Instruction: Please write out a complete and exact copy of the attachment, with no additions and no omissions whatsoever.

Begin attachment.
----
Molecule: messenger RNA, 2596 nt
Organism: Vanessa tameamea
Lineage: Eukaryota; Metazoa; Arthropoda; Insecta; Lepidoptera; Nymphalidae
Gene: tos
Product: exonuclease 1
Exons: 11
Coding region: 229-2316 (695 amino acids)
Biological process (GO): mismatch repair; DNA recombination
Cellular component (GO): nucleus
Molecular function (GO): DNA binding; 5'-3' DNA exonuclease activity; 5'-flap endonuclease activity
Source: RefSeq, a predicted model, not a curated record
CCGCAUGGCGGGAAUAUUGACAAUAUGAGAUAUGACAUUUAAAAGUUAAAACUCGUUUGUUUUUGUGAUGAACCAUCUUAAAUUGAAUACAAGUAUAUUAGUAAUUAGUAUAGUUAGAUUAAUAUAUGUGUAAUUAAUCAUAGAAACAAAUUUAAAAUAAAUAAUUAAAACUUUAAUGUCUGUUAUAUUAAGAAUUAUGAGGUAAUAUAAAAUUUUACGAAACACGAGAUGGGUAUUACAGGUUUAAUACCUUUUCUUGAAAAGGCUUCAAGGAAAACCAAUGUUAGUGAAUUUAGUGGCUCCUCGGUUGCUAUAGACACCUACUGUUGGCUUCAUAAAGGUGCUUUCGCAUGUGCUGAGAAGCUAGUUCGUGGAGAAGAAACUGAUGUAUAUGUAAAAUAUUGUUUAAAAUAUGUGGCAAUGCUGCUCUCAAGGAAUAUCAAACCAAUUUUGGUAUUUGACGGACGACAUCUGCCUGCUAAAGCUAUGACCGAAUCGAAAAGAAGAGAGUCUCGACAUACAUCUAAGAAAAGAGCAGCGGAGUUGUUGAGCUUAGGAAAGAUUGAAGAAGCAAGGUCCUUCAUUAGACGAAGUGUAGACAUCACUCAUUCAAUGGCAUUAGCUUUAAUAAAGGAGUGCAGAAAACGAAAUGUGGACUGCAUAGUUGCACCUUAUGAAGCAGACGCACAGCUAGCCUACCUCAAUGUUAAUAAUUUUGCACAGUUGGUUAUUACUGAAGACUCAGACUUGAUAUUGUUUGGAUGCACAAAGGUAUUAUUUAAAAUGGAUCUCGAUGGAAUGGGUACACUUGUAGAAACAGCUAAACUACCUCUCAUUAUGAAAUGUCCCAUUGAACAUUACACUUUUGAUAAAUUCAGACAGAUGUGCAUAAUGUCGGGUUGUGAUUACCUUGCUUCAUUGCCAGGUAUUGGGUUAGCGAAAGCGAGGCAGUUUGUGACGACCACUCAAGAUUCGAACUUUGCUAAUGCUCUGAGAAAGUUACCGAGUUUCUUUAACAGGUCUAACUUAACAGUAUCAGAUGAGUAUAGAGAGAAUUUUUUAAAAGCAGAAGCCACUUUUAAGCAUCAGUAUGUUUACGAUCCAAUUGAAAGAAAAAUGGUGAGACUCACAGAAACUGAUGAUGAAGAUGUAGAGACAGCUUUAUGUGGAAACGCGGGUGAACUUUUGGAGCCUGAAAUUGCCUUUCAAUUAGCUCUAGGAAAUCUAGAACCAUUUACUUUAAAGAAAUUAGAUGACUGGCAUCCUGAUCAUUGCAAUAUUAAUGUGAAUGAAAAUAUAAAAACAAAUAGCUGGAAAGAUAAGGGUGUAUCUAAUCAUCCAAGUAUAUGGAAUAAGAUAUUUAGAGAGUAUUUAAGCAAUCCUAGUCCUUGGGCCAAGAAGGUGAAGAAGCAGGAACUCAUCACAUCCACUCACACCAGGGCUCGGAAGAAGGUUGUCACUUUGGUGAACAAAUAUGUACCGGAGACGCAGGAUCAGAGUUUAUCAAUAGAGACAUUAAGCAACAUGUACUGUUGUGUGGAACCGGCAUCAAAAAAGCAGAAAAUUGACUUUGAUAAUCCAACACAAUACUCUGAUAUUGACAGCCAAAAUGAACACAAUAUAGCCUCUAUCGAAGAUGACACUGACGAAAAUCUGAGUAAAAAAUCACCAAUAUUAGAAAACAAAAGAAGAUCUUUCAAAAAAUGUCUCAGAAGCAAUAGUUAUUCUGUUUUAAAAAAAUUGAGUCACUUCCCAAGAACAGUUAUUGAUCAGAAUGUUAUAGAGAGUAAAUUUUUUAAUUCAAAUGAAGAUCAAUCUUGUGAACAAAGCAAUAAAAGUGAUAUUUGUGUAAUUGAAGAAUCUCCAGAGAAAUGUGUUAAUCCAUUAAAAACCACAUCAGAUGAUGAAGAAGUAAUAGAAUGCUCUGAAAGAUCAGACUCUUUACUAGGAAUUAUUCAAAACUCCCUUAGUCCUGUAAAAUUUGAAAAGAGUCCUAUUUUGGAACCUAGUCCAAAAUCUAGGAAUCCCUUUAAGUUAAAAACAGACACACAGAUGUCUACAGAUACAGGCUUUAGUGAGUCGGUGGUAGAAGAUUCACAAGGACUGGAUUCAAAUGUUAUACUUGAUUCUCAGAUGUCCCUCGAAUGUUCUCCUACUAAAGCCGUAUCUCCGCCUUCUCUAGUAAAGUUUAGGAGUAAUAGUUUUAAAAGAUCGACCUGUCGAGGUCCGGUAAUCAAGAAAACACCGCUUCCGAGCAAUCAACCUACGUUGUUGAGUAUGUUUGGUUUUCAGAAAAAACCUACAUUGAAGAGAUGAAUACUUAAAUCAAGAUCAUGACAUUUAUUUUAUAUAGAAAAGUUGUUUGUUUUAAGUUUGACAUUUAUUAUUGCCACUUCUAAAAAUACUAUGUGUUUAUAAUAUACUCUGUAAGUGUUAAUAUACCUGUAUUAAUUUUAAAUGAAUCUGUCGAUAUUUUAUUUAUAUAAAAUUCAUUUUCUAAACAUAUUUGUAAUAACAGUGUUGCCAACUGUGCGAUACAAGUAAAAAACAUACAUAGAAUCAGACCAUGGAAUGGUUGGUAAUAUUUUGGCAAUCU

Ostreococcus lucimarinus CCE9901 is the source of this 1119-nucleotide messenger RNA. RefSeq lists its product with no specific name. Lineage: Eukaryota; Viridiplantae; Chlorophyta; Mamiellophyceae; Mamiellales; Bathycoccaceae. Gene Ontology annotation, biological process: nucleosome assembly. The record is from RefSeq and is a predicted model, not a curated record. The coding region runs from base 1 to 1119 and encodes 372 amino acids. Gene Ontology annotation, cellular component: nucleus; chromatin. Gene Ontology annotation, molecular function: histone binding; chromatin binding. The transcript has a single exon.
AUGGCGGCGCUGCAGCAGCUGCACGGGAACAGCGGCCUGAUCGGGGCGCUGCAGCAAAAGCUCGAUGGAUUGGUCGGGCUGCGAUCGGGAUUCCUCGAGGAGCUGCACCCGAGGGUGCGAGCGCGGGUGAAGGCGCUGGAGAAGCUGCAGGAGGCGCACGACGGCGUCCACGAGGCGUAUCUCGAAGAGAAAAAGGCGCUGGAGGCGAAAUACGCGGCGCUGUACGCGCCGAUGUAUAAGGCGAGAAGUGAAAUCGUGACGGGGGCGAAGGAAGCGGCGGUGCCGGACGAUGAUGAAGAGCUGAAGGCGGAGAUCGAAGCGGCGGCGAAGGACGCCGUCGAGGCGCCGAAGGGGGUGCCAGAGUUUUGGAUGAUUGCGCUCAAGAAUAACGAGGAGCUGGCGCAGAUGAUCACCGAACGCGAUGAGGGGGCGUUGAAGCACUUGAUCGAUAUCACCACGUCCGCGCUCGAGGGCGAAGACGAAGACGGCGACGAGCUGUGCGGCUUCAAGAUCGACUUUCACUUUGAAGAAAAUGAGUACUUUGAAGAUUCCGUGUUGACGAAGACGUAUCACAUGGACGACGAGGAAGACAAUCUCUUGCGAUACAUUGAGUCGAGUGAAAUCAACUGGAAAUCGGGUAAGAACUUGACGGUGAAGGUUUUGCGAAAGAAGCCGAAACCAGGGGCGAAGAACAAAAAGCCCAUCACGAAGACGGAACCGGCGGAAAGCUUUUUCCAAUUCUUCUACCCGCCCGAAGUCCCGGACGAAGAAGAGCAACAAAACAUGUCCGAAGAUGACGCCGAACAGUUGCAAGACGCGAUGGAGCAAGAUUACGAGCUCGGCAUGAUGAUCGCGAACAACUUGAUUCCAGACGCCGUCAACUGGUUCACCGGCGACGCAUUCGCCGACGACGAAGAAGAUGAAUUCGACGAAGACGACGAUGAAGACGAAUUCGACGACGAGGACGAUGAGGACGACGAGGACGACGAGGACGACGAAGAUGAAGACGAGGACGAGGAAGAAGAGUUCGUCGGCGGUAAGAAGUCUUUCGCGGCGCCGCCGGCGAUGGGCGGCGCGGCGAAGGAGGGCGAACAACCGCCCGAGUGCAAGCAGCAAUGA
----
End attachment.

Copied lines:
Molecule: messenger RNA, 2596 nt
Organism: Vanessa tameamea
Lineage: Eukaryota; Metazoa; Arthropoda; Insecta; Lepidoptera; Nymphalidae
Gene: tos
Product: exonuclease 1
Exons: 11
Coding region: 229-2316 (695 amino acids)
Biological process (GO): mismatch repair; DNA recombination
Cellular component (GO): nucleus
Molecular function (GO): DNA binding; 5'-3' DNA exonuclease activity; 5'-flap endonuclease activity
Source: RefSeq, a predicted model, not a curated record
CCGCAUGGCGGGAAUAUUGACAAUAUGAGAUAUGACAUUUAAAAGUUAAAACUCGUUUGUUUUUGUGAUGAACCAUCUUAAAUUGAAUACAAGUAUAUUAGUAAUUAGUAUAGUUAGAUUAAUAUAUGUGUAAUUAAUCAUAGAAACAAAUUUAAAAUAAAUAAUUAAAACUUUAAUGUCUGUUAUAUUAAGAAUUAUGAGGUAAUAUAAAAUUUUACGAAACACGAGAUGGGUAUUACAGGUUUAAUACCUUUUCUUGAAAAGGCUUCAAGGAAAACCAAUGUUAGUGAAUUUAGUGGCUCCUCGGUUGCUAUAGACACCUACUGUUGGCUUCAUAAAGGUGCUUUCGCAUGUGCUGAGAAGCUAGUUCGUGGAGAAGAAACUGAUGUAUAUGUAAAAUAUUGUUUAAAAUAUGUGGCAAUGCUGCUCUCAAGGAAUAUCAAACCAAUUUUGGUAUUUGACGGACGACAUCUGCCUGCUAAAGCUAUGACCGAAUCGAAAAGAAGAGAGUCUCGACAUACAUCUAAGAAAAGAGCAGCGGAGUUGUUGAGCUUAGGAAAGAUUGAAGAAGCAAGGUCCUUCAUUAGACGAAGUGUAGACAUCACUCAUUCAAUGGCAUUAGCUUUAAUAAAGGAGUGCAGAAAACGAAAUGUGGACUGCAUAGUUGCACCUUAUGAAGCAGACGCACAGCUAGCCUACCUCAAUGUUAAUAAUUUUGCACAGUUGGUUAUUACUGAAGACUCAGACUUGAUAUUGUUUGGAUGCACAAAGGUAUUAUUUAAAAUGGAUCUCGAUGGAAUGGGUACACUUGUAGAAACAGCUAAACUACCUCUCAUUAUGAAAUGUCCCAUUGAACAUUACACUUUUGAUAAAUUCAGACAGAUGUGCAUAAUGUCGGGUUGUGAUUACCUUGCUUCAUUGCCAGGUAUUGGGUUAGCGAAAGCGAGGCAGUUUGUGACGACCACUCAAGAUUCGAACUUUGCUAAUGCUCUGAGAAAGUUACCGAGUUUCUUUAACAGGUCUAACUUAACAGUAUCAGAUGAGUAUAGAGAGAAUUUUUUAAAAGCAGAAGCCACUUUUAAGCAUCAGUAUGUUUACGAUCCAAUUGAAAGAAAAAUGGUGAGACUCACAGAAACUGAUGAUGAAGAUGUAGAGACAGCUUUAUGUGGAAACGCGGGUGAACUUUUGGAGCCUGAAAUUGCCUUUCAAUUAGCUCUAGGAAAUCUAGAACCAUUUACUUUAAAGAAAUUAGAUGACUGGCAUCCUGAUCAUUGCAAUAUUAAUGUGAAUGAAAAUAUAAAAACAAAUAGCUGGAAAGAUAAGGGUGUAUCUAAUCAUCCAAGUAUAUGGAAUAAGAUAUUUAGAGAGUAUUUAAGCAAUCCUAGUCCUUGGGCCAAGAAGGUGAAGAAGCAGGAACUCAUCACAUCCACUCACACCAGGGCUCGGAAGAAGGUUGUCACUUUGGUGAACAAAUAUGUACCGGAGACGCAGGAUCAGAGUUUAUCAAUAGAGACAUUAAGCAACAUGUACUGUUGUGUGGAACCGGCAUCAAAAAAGCAGAAAAUUGACUUUGAUAAUCCAACACAAUACUCUGAUAUUGACAGCCAAAAUGAACACAAUAUAGCCUCUAUCGAAGAUGACACUGACGAAAAUCUGAGUAAAAAAUCACCAAUAUUAGAAAACAAAAGAAGAUCUUUCAAAAAAUGUCUCAGAAGCAAUAGUUAUUCUGUUUUAAAAAAAUUGAGUCACUUCCCAAGAACAGUUAUUGAUCAGAAUGUUAUAGAGAGUAAAUUUUUUAAUUCAAAUGAAGAUCAAUCUUGUGAACAAAGCAAUAAAAGUGAUAUUUGUGUAAUUGAAGAAUCUCCAGAGAAAUGUGUUAAUCCAUUAAAAACCACAUCAGAUGAUGAAGAAGUAAUAGAAUGCUCUGAAAGAUCAGACUCUUUACUAGGAAUUAUUCAAAACUCCCUUAGUCCUGUAAAAUUUGAAAAGAGUCCUAUUUUGGAACCUAGUCCAAAAUCUAGGAAUCCCUUUAAGUUAAAAACAGACACACAGAUGUCUACAGAUACAGGCUUUAGUGAGUCGGUGGUAGAAGAUUCACAAGGACUGGAUUCAAAUGUUAUACUUGAUUCUCAGAUGUCCCUCGAAUGUUCUCCUACUAAAGCCGUAUCUCCGCCUUCUCUAGUAAAGUUUAGGAGUAAUAGUUUUAAAAGAUCGACCUGUCGAGGUCCGGUAAUCAAGAAAACACCGCUUCCGAGCAAUCAACCUACGUUGUUGAGUAUGUUUGGUUUUCAGAAAAAACCUACAUUGAAGAGAUGAAUACUUAAAUCAAGAUCAUGACAUUUAUUUUAUAUAGAAAAGUUGUUUGUUUUAAGUUUGACAUUUAUUAUUGCCACUUCUAAAAAUACUAUGUGUUUAUAAUAUACUCUGUAAGUGUUAAUAUACCUGUAUUAAUUUUAAAUGAAUCUGUCGAUAUUUUAUUUAUAUAAAAUUCAUUUUCUAAACAUAUUUGUAAUAACAGUGUUGCCAACUGUGCGAUACAAGUAAAAAACAUACAUAGAAUCAGACCAUGGAAUGGUUGGUAAUAUUUUGGCAAUCU

Ostreococcus lucimarinus CCE9901 is the source of this 1119-nucleotide messenger RNA. RefSeq lists its product with no specific name. Lineage: Eukaryota; Viridiplantae; Chlorophyta; Mamiellophyceae; Mamiellales; Bathycoccaceae. Gene Ontology annotation, biological process: nucleosome assembly. The record is from RefSeq and is a predicted model, not a curated record. The coding region runs from base 1 to 1119 and encodes 372 amino acids. Gene Ontology annotation, cellular component: nucleus; chromatin. Gene Ontology annotation, molecular function: histone binding; chromatin binding. The transcript has a single exon.
AUGGCGGCGCUGCAGCAGCUGCACGGGAACAGCGGCCUGAUCGGGGCGCUGCAGCAAAAGCUCGAUGGAUUGGUCGGGCUGCGAUCGGGAUUCCUCGAGGAGCUGCACCCGAGGGUGCGAGCGCGGGUGAAGGCGCUGGAGAAGCUGCAGGAGGCGCACGACGGCGUCCACGAGGCGUAUCUCGAAGAGAAAAAGGCGCUGGAGGCGAAAUACGCGGCGCUGUACGCGCCGAUGUAUAAGGCGAGAAGUGAAAUCGUGACGGGGGCGAAGGAAGCGGCGGUGCCGGACGAUGAUGAAGAGCUGAAGGCGGAGAUCGAAGCGGCGGCGAAGGACGCCGUCGAGGCGCCGAAGGGGGUGCCAGAGUUUUGGAUGAUUGCGCUCAAGAAUAACGAGGAGCUGGCGCAGAUGAUCACCGAACGCGAUGAGGGGGCGUUGAAGCACUUGAUCGAUAUCACCACGUCCGCGCUCGAGGGCGAAGACGAAGACGGCGACGAGCUGUGCGGCUUCAAGAUCGACUUUCACUUUGAAGAAAAUGAGUACUUUGAAGAUUCCGUGUUGACGAAGACGUAUCACAUGGACGACGAGGAAGACAAUCUCUUGCGAUACAUUGAGUCGAGUGAAAUCAACUGGAAAUCGGGUAAGAACUUGACGGUGAAGGUUUUGCGAAAGAAGCCGAAACCAGGGGCGAAGAACAAAAAGCCCAUCACGAAGACGGAACCGGCGGAAAGCUUUUUCCAAUUCUUCUACCCGCCCGAAGUCCCGGACGAAGAAGAGCAACAAAACAUGUCCGAAGAUGACGCCGAACAGUUGCAAGACGCGAUGGAGCAAGAUUACGAGCUCGGCAUGAUGAUCGCGAACAACUUGAUUCCAGACGCCGUCAACUGGUUCACCGGCGACGCAUUCGCCGACGACGAAGAAGAUGAAUUCGACGAAGACGACGAUGAAGACGAAUUCGACGACGAGGACGAUGAGGACGACGAGGACGACGAGGACGACGAAGAUGAAGACGAGGACGAGGAAGAAGAGUUCGUCGGCGGUAAGAAGUCUUUCGCGGCGCCGCCGGCGAUGGGCGGCGCGGCGAAGGAGGGCGAACAACCGCCCGAGUGCAAGCAGCAAUGA